When my son was four years old, he was given the synthetic opioid fentanyl. Twice. We were in the emergency room at the hospital after his finger was crushed in a door. A cheerful nurse gave him fentanyl two times to numb the pain while a doctor stitched him up. At that time, grown men and women were dying by the thousands from overdoses involving fentanyl. Today they’re dying by the tens of thousands1. What’s the difference? My son got fentanyl in a legal, regulated environment where it was protected from contamination and dosed accurately. People dying from fentanyl are getting it on the underground market where there’s no quality control and dosing is a risky guess. To save lives we have to address why people buy contaminated drugs on the street, and why those drugs are increasingly potent.
The Centers For Disease Control recently released provisional data on overdoses for 2020, showing fentanyl as a factor in almost 85% of opioid overdose deaths2. Increased restrictions on prescriptions over the last decade have made legal, regulated drugs harder to get. But they haven’t stopped consumer demand. As restrictions on legal drugs mount, people buy illegal ones. This includes some pain patients who are desperate for relief after being cut off of their medication3. Basic economics tells us supply will always meet demand, whether legally or illegally.
Suppliers of illegal drugs are risking arrest, though, so they need to smuggle small packages with big profit margins. Fentanyl fits the bill perfectly. It’s 50-100 times more potent than morphine4, making a small quantity extremely profitable. Increased potency of drugs is a predictable outcome of the incentives of prohibition. Today we have fentanyl, but tomorrow it will be carfentanil5 or any number of increasingly potent drugs.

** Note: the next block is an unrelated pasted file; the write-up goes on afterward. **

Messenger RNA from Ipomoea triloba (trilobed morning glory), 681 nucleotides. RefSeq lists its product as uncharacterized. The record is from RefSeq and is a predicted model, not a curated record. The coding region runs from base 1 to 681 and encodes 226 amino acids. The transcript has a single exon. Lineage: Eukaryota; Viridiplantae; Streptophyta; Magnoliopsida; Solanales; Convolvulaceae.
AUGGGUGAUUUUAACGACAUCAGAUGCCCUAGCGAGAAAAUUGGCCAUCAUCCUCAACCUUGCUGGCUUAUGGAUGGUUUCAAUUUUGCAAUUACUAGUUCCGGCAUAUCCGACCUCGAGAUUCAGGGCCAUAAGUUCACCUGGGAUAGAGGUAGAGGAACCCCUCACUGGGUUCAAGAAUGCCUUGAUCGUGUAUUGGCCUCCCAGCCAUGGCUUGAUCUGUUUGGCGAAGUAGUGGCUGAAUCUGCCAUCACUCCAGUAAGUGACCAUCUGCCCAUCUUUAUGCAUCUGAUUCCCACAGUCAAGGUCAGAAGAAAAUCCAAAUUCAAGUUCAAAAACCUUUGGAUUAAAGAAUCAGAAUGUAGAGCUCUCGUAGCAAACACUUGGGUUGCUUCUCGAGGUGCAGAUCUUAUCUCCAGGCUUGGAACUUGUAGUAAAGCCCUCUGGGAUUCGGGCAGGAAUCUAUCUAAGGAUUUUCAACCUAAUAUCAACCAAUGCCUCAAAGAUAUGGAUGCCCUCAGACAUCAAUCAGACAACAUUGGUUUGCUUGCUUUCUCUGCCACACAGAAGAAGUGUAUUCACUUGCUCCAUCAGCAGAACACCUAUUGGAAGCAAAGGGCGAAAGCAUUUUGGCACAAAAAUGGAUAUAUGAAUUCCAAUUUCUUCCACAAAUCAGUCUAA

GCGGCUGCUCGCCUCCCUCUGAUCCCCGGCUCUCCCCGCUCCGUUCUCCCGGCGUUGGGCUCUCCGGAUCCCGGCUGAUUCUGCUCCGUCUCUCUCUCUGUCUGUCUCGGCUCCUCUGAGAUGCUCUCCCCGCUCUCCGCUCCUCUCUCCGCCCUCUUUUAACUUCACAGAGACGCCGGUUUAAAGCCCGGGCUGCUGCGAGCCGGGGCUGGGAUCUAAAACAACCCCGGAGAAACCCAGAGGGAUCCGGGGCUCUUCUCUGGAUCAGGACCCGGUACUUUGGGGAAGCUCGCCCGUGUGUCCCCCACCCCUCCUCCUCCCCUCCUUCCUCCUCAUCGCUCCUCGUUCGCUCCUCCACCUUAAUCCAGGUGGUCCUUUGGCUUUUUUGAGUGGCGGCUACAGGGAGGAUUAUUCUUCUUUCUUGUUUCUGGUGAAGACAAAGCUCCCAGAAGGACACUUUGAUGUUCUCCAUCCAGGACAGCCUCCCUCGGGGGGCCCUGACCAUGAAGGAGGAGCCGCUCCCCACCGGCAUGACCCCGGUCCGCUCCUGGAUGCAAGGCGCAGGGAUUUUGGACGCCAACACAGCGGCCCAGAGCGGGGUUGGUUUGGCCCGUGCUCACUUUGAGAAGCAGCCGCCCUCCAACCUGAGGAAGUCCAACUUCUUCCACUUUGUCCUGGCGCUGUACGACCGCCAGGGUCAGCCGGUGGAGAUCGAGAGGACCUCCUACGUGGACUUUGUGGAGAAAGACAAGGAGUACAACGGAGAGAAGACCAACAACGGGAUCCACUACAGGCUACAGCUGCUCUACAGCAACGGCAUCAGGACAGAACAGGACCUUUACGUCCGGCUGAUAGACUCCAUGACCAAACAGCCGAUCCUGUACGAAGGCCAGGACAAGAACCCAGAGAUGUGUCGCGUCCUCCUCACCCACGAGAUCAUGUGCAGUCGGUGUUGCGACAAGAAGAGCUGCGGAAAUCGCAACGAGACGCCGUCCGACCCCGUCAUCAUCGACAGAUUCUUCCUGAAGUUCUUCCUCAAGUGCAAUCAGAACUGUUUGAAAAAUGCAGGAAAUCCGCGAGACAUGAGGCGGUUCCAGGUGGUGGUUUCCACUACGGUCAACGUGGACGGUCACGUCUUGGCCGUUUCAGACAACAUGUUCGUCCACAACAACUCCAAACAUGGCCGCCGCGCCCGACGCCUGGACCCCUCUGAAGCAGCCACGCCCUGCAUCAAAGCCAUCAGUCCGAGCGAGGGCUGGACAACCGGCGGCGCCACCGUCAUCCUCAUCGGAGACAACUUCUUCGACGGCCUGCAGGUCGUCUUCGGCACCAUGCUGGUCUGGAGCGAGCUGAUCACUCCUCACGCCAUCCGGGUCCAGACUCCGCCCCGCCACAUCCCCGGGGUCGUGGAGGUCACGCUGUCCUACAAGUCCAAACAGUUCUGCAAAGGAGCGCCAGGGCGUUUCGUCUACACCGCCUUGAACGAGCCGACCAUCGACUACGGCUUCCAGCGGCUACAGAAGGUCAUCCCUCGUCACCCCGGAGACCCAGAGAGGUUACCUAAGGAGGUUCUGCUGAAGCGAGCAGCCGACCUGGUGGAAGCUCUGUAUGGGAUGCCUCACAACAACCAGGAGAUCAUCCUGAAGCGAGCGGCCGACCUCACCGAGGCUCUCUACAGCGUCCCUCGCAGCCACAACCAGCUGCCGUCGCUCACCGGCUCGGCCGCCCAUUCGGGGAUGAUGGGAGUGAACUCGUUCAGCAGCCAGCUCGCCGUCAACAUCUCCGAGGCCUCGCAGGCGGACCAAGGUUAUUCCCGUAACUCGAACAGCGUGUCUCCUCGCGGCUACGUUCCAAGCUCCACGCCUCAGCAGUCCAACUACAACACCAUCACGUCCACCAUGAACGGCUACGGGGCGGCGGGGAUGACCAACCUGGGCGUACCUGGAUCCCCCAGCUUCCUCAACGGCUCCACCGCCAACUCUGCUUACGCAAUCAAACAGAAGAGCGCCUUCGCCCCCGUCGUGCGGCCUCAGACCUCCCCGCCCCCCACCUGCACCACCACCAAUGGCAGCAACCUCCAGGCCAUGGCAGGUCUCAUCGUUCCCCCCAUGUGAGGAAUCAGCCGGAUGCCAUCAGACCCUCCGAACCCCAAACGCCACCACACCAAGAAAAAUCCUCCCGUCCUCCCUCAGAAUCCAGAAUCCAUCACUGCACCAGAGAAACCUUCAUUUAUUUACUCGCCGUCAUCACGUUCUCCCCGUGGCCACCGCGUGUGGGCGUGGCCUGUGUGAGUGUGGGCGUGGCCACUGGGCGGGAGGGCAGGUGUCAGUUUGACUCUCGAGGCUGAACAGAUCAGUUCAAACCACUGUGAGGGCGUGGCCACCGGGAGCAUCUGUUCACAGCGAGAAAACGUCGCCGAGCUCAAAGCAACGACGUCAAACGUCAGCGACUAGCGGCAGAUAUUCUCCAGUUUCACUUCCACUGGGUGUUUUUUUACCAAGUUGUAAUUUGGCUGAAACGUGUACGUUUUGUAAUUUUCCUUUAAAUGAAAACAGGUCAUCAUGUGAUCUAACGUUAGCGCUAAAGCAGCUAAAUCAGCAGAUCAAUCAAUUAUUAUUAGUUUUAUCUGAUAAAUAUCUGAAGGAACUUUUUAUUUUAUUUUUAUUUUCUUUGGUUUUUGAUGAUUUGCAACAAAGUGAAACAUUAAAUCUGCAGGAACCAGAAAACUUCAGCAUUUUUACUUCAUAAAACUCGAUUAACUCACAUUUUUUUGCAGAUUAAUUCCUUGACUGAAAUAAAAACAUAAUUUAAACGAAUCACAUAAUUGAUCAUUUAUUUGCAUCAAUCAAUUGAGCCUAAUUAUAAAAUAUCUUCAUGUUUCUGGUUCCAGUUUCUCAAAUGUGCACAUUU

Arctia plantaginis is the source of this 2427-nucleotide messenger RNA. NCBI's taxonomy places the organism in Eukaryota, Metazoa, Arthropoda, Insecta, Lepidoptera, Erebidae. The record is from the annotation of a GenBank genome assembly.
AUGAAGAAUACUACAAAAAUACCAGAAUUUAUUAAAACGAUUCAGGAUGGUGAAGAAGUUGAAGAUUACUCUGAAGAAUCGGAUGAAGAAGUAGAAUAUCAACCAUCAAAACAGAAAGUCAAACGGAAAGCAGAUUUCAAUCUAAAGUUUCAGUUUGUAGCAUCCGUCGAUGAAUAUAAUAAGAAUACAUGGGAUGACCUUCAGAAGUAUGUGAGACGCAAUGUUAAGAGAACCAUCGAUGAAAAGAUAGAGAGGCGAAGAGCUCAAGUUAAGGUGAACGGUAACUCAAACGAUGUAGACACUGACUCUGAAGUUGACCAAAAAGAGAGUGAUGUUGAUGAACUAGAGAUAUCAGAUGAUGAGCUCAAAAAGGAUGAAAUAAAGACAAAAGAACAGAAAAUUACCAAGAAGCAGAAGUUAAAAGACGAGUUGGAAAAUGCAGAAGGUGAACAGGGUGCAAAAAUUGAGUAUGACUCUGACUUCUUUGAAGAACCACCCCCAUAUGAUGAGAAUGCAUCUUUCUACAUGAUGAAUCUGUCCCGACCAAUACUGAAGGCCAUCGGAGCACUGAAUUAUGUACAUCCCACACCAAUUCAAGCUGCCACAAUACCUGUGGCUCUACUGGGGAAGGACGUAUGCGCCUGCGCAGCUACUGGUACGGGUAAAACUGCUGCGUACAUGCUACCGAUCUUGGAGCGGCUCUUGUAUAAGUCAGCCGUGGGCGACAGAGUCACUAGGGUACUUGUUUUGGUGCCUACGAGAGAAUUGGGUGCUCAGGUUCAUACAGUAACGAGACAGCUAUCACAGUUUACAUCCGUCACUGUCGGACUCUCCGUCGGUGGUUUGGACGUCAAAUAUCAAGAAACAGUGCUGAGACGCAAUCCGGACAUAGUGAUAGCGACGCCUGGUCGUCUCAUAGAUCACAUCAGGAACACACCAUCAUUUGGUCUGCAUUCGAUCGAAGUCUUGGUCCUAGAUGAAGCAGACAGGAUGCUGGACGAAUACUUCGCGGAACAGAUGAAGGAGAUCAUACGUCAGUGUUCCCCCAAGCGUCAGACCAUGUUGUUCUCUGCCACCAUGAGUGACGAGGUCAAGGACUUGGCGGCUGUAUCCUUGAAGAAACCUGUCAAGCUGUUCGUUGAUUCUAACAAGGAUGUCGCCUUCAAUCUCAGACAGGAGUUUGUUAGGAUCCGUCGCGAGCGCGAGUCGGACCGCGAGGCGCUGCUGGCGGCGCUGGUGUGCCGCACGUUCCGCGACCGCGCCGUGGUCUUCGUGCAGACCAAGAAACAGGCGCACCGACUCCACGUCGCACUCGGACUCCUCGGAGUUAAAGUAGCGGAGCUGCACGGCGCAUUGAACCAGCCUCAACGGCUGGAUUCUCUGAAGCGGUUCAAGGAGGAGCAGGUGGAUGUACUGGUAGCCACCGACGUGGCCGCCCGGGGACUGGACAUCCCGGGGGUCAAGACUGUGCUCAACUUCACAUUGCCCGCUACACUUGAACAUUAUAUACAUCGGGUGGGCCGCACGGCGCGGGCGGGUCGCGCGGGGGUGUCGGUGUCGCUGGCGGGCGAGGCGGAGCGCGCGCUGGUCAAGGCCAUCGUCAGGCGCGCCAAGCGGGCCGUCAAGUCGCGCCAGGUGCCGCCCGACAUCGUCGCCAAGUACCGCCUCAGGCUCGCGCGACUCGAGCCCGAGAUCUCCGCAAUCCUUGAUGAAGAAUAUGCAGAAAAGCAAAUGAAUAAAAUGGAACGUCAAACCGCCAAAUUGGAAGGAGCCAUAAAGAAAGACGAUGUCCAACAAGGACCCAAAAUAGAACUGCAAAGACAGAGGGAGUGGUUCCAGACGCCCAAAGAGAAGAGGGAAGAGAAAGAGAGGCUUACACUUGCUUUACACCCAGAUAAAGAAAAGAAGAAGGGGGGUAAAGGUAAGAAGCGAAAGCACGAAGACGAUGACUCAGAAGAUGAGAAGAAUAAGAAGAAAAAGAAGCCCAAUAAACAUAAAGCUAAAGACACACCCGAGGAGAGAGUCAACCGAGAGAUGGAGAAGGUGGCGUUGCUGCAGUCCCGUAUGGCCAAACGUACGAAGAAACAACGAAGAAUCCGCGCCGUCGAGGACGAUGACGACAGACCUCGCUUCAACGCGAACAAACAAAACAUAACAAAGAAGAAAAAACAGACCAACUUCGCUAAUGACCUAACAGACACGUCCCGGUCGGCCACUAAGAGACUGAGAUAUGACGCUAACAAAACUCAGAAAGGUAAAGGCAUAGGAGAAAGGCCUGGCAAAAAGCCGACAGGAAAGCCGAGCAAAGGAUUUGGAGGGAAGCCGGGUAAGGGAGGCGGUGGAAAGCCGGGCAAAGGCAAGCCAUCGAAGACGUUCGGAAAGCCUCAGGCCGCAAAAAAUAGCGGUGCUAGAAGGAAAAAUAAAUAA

Decreased availability of legal drugs has led to increased demand for illegal ones. The incentives of prohibition have made illegal options increasingly potent while removing quality control. The collision of these policy disasters is driving today’s overdose epidemic.
Society’s knee-jerk reaction to do something – anything – to stop overdoses is understandable. More than 100,000 people died last year alone6. A breathtaking tragedy. We often look to the criminal justice system to address drug problems, but cracking down is futile. There are hundreds of billions of dollars being offered by adult consumers every year, and a never-ending line of people willing to supply whatever drug consumers want. Getting consumers to stop buying potent, contaminated drugs off the street will require allowing them some form of legal access to quality-controlled options.
This is an uncomfortable idea for many people to grapple with, myself included. But the evidence is clear that prohibition is causing enormous loss of life. As someone whose deepest values include the sanctity of human life, I have to reckon with this. Another 100,000 families will pay the ultimate price for our failed drug policies in the next year alone.
But there’s hope. As we look towards a new year, we can choose a new path on drug policy. We can explore the least harmful ways to allow adults to access a safer supply of drugs. And we can simultaneously offer honest education about the risks as well as help for those struggling with addiction. This will give people the best chance of taking the most important step towards a thriving life – staying alive.
Fentanyl didn’t kill my son. Rather, it helped a traumatized little boy make it through a hard night in the hospital. I’m thankful for it. It helps thousands of patients in medical settings every day. Fentanyl is not the cause of our overdose epidemic. Our overdose epidemic is a result of policies that incentivize consumers to buy potent, contaminated drugs from the underground market. Allowing a pathway to legal, regulated options could save thousands of lives every year.
Christina Dent is the Founder & President of the nonprofit End It For Good. Her TEDx Talk details the journey that changed her mind on drug policy. She lives with her family in Ridgeland.